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IPAB Repealed - A Victory for Vascular Surgeons, Patients
Legislative Wins Show Power of Grassroots Letters
WASHINGTON UPDATE: The Independent Payment Advisory Board (IPAB) has been repealed – an action long sought by the SVS and other patient and physician groups – as a result of the two-year budget agreement signed into law Friday, Feb. 9. The legislation included repeal language.
The SVS and other groups have opposed the IPAB since it was included in the 2010 Affordable Care Act. The SVS Washington office has supported bipartisan repeal legislation in both the House of Representatives and the Senate and urged our members to write letters advocating for repeal.
In addition, the SVS Washington office was very active in an IPAB repeal coalition and met with many members of Congress about the negative consequences of this issue for vascular surgeons and their patients.
Congress has always played an essential role in shaping Medicare payment policies to meet the needs of their constituents, ensuring that the health care system is equipped to care for diverse populations. The IPAB would have taken power away from elected representatives to determine these policies and put it in the hands of 15 unelected, unaccountable board members – none of whom could be practicing physicians – appointed solely by the President. If the IPAB failed to report recommendations or never became operational, the power would have rested in the hands of a single person – the Secretary of the Department of Health and Human Services.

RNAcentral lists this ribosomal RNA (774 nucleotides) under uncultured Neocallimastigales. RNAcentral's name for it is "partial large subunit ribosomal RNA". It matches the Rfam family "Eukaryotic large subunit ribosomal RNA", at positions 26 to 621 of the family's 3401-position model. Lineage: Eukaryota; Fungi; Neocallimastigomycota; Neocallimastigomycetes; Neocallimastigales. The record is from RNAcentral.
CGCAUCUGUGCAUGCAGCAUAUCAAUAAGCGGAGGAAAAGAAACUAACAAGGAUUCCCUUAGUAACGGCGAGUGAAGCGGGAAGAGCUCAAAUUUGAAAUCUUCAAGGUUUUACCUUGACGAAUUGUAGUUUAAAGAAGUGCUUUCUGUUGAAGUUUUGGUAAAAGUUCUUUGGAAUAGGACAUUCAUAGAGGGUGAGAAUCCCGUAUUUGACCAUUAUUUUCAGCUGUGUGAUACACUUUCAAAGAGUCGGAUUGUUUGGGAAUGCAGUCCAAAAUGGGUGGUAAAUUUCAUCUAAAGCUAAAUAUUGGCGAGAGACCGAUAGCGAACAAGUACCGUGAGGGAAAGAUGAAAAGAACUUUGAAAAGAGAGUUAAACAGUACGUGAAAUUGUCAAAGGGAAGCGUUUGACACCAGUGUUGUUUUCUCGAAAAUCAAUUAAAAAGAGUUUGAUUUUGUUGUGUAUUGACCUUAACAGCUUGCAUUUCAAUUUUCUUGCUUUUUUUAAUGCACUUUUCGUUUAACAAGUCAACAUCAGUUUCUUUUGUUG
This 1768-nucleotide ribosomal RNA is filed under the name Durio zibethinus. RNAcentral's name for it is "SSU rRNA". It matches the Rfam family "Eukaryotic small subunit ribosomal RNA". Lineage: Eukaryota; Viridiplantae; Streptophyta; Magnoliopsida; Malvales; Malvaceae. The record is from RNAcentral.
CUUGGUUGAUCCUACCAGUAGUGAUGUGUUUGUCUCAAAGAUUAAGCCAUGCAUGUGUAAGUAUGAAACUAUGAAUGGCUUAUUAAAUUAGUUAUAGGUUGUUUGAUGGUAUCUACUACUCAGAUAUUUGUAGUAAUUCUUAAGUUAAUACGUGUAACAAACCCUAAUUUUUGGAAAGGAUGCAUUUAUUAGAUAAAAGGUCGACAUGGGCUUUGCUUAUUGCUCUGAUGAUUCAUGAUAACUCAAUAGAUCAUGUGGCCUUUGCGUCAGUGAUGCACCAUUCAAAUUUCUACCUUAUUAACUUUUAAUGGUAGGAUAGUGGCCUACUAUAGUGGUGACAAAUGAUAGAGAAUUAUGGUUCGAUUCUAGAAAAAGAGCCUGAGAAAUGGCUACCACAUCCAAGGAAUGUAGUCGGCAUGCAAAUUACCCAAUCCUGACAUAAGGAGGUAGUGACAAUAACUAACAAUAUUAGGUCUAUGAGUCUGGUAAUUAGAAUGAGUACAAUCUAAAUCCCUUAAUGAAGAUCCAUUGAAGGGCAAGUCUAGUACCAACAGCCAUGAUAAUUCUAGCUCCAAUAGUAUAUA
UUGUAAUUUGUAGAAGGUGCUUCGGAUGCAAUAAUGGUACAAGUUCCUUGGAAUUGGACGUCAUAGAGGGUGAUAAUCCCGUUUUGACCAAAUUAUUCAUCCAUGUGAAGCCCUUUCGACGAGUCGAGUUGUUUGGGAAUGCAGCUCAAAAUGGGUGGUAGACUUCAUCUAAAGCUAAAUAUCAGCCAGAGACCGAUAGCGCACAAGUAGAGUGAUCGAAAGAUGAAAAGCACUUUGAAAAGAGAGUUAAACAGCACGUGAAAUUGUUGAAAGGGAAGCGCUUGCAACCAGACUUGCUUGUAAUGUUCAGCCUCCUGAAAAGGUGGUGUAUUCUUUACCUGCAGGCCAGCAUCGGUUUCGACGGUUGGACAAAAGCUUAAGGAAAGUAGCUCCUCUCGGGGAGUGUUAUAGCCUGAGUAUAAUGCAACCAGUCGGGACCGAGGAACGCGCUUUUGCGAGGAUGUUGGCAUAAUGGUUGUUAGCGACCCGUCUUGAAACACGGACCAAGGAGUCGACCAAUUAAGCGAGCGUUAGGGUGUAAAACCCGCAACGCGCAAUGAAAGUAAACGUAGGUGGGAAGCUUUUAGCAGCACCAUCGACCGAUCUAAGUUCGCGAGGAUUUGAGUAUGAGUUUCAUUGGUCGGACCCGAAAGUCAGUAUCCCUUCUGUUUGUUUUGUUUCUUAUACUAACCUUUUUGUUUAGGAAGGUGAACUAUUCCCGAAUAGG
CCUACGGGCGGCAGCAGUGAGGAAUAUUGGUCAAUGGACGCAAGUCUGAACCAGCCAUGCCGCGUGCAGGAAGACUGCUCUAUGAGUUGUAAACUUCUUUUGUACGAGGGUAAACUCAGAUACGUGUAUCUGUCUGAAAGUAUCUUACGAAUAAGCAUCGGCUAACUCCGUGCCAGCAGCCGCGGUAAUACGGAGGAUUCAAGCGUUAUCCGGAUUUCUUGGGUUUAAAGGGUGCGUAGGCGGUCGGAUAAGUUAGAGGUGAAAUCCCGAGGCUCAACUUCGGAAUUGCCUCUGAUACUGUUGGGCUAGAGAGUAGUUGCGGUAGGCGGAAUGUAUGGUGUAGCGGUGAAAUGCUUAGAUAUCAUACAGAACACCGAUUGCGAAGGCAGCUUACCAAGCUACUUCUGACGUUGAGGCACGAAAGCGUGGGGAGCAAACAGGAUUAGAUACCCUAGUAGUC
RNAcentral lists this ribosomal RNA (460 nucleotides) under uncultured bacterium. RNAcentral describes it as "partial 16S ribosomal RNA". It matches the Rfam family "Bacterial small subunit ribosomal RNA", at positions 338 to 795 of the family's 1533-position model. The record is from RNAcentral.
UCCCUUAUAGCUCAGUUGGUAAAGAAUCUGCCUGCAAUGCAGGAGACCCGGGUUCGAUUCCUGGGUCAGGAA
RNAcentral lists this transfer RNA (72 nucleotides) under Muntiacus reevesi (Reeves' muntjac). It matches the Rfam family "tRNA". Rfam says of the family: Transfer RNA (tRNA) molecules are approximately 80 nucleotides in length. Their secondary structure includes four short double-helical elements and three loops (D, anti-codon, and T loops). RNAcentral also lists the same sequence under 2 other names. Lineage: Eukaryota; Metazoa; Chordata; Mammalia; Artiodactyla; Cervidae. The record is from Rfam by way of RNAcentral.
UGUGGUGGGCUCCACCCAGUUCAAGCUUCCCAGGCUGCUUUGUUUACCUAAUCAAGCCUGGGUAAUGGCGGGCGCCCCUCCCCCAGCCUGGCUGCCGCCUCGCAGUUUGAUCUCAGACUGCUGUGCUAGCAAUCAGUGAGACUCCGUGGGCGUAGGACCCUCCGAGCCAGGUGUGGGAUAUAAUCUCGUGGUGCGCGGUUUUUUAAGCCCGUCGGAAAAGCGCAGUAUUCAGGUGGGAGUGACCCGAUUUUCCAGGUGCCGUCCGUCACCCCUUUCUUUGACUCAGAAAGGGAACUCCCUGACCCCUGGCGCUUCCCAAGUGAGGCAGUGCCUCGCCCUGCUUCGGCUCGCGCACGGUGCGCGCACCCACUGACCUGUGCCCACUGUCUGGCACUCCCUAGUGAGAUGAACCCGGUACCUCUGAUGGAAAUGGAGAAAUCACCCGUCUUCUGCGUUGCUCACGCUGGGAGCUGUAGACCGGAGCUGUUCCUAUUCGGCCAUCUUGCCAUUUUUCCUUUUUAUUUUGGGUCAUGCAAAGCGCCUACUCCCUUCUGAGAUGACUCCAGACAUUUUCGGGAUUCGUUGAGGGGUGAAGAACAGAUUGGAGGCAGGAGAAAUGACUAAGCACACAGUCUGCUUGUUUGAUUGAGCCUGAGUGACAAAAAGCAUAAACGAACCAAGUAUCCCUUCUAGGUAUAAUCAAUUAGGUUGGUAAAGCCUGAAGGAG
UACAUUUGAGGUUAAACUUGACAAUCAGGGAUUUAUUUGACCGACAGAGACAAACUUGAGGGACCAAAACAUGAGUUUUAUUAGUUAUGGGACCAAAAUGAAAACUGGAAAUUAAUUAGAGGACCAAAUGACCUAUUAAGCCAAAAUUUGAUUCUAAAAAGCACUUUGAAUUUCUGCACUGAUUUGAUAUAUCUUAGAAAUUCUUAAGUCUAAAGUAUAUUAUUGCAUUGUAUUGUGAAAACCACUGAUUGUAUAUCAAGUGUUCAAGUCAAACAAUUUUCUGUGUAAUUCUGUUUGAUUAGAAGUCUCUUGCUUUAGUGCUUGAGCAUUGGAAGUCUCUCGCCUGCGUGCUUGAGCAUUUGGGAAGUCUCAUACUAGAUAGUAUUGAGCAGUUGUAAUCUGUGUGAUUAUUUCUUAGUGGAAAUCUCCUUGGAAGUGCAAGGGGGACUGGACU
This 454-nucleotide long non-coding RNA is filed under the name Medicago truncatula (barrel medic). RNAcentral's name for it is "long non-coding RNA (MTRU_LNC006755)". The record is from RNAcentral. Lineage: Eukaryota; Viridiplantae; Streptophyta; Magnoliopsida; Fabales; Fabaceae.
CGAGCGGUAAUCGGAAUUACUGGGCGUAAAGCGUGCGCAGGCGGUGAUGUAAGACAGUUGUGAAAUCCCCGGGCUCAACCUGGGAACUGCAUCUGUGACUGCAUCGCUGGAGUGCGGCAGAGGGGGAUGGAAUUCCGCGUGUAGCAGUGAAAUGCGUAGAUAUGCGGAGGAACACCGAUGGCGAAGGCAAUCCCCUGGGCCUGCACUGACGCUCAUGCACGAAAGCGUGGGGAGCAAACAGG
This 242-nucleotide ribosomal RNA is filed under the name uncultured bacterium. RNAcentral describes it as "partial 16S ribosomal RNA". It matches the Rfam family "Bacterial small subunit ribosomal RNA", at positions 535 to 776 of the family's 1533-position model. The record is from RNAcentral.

Particularly with the passage of the Medicare Access and CHIP Reauthorization Act, vascular surgeons are committed to improving the value and cost-effectiveness of health care for Medicare beneficiaries; the IPAB was not a suitable mechanism for these goals.
The budget agreement also reduced the Physician Fee Schedule conversion factor for 2019 from 0.5 percent to 0.25 percent, which is more favorable than extending the “mis-valued codes” provision for one additional year.
The SVS wishes to thank members who contacted their members of Congress in opposition to the IPAB and extending mis-valued codes. Both of these issues illustrate the power of grassroots letters.